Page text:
Charles refuses to answer questions about Andrew while visiting the storm-hit property

Prince Charles refuses to answer questions about his younger brother’s position as he tours a stormy country estate the day after Prince Andrew is stripped of his honorary military titles and ditched his Royal Highness style.

Buckingham Palace announced, Thursday evening, the return of Prince Andrew’s military affiliations and royal patronage to Queen Elizabeth.

The move came after a judge in America denied Andrew’s request to dismiss a civil sexual assault case against him, ruling that he could be tried.

Charles, Duke of Rothsay in Scotland, was pressured by a reporter on the issue when he met people involved in the clean-up operation after Storm Irwin in northeastern Scotland.

A reporter asked him what he thought of Andrew’s situation – but Prince Charles shrugged off the question, continuing to shake hands with some who had been there to meet him at a storm-hit country estate.

The visit took place less than 24 hours after Buckingham Palace announced that Prince Andrew would be stripped of his honorary military roles (Kami Thomson/DCT Media/PA)

Between 500,000 and 1 million trees were uprooted on the Haddo Estate in Aberdeenshire at the end of November as winds of up to 100 mph swept the area.

Efforts to clear forests that were once dense with deciduous trees before replanting have just begun.

Charles spoke to Landscaping Director, Oliver Deming, and Head of Visitor Services, Susanna Atkinson, as he walked down the Scotts Mile towards the National Trust for Scotland property in the center of the estate, Hadow House.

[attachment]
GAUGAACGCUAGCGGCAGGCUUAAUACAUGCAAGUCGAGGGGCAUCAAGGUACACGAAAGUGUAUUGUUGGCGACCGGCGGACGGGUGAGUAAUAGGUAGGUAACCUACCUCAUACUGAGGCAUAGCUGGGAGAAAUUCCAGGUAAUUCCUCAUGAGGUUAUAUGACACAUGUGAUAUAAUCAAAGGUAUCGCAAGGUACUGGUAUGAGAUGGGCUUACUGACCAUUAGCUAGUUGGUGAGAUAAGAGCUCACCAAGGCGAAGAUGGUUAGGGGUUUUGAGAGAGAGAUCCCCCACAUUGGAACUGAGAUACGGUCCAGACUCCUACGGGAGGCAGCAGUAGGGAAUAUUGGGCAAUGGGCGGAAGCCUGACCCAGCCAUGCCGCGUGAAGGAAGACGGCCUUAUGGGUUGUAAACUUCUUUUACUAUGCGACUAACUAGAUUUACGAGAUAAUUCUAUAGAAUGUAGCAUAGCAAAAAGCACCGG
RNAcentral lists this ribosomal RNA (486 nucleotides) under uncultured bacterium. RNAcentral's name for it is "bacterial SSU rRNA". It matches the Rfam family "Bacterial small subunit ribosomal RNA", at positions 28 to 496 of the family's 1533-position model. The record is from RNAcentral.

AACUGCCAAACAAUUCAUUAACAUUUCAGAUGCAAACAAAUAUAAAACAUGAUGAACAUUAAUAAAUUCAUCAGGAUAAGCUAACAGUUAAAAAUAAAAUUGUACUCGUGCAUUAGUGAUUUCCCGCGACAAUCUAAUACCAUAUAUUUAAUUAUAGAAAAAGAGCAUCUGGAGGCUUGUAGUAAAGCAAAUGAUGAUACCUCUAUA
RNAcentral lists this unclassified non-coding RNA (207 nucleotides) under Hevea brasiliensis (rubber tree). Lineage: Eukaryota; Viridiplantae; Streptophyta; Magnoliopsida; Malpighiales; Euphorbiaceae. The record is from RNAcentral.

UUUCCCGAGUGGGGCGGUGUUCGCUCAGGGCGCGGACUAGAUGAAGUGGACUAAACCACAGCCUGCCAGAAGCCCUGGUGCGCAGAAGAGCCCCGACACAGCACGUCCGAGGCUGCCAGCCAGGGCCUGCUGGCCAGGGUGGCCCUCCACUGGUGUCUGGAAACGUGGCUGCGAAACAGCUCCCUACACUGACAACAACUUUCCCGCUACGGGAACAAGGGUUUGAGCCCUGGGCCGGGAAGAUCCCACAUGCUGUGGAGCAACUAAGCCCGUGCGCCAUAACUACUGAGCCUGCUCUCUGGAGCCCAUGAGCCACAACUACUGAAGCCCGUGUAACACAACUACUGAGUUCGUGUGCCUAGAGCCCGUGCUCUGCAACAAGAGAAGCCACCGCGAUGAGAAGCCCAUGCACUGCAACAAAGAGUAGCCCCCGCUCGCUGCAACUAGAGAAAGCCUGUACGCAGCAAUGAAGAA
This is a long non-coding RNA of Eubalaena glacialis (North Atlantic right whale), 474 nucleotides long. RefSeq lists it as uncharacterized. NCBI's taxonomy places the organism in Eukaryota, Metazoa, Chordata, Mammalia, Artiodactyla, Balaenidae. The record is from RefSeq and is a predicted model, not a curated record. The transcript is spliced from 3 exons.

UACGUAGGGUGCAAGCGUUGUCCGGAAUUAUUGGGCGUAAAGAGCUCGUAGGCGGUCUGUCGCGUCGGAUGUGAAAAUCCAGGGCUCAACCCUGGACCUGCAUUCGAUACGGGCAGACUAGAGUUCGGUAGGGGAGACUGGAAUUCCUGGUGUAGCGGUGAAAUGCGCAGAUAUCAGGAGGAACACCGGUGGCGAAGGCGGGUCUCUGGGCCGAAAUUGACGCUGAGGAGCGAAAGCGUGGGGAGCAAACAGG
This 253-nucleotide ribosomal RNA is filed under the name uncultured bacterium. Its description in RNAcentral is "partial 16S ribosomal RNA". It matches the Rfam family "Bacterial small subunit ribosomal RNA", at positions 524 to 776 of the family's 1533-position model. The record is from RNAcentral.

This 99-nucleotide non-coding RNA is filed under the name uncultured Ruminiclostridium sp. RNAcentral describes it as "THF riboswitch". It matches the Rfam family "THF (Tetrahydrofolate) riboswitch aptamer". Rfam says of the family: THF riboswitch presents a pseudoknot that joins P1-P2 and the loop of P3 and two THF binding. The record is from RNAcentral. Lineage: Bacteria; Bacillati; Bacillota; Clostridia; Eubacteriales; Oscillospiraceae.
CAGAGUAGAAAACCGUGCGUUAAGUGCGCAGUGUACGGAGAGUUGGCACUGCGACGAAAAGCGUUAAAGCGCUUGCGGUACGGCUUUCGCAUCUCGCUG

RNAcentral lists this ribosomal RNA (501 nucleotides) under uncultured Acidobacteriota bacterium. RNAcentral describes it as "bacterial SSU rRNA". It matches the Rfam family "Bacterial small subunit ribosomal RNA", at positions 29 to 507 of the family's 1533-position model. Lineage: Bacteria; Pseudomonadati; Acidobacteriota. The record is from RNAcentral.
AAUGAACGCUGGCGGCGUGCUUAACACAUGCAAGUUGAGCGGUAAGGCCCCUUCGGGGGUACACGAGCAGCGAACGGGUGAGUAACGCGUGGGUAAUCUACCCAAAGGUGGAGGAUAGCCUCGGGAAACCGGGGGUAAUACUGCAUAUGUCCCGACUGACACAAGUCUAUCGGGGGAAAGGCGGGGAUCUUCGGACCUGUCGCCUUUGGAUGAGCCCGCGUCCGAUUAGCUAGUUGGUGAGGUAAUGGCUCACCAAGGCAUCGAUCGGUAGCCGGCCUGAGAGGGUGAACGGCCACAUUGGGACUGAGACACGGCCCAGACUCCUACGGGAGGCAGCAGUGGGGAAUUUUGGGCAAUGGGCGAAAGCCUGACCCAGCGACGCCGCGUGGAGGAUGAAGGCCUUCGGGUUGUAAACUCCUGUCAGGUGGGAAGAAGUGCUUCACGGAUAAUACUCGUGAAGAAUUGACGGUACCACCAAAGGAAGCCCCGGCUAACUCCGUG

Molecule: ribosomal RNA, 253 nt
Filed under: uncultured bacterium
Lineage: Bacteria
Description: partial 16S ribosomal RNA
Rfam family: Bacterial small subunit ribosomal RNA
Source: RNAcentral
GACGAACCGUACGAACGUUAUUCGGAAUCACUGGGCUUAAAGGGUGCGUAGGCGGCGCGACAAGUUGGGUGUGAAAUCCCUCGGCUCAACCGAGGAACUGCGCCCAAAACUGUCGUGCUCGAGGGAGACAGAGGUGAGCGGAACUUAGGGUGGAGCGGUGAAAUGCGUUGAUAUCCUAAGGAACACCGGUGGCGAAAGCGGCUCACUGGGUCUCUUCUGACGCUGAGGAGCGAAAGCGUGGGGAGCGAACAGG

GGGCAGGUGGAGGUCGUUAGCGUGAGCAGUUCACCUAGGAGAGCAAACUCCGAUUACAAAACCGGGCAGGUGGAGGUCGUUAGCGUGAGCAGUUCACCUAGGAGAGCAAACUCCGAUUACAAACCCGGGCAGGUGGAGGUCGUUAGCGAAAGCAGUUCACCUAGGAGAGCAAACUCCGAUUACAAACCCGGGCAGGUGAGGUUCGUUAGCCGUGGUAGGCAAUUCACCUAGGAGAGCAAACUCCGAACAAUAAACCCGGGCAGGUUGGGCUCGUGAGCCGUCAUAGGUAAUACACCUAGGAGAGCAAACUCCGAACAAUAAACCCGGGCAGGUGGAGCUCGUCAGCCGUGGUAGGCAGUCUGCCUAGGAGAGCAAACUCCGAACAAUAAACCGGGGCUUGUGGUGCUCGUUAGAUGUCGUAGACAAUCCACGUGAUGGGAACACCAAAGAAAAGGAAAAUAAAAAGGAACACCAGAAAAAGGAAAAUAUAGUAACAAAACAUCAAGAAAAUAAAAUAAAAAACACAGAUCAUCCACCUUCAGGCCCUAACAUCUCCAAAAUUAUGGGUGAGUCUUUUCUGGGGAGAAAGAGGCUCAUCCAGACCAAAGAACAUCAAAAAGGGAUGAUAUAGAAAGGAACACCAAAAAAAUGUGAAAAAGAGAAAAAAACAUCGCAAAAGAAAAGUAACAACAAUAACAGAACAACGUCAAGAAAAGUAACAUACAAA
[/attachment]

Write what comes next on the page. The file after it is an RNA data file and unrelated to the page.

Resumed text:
At home, the Prince met with representatives from Aberdeenshire Council, police and power provider SSEN to hear the impact of Storm Irwin and the state of recovery efforts.

The Prince of Wales saw some damage from the storm (Kami Thomson/DCT Media/PA)

The country park is currently closed to visitors for safety reasons due to storm damage.

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A local resident said that Charles’ visit was the first day for some time that the sound of leaflets throughout the area had not rang out.

The visit also comes after the British prime minister’s former director of communications issued an apology for the 10th ceremony, which took place the night before Prince Philip’s funeral.

James Slack, who until last year was Boris Johnson’s director of communications, apologized Friday morning for the «anger and hurt» his departure party had caused in April 2021.

The Daily Telegraph reported that advisers and civil servants met after working at two separate events on April 16, 2021, as the country was in a period of mourning following the death of Prince Philip.

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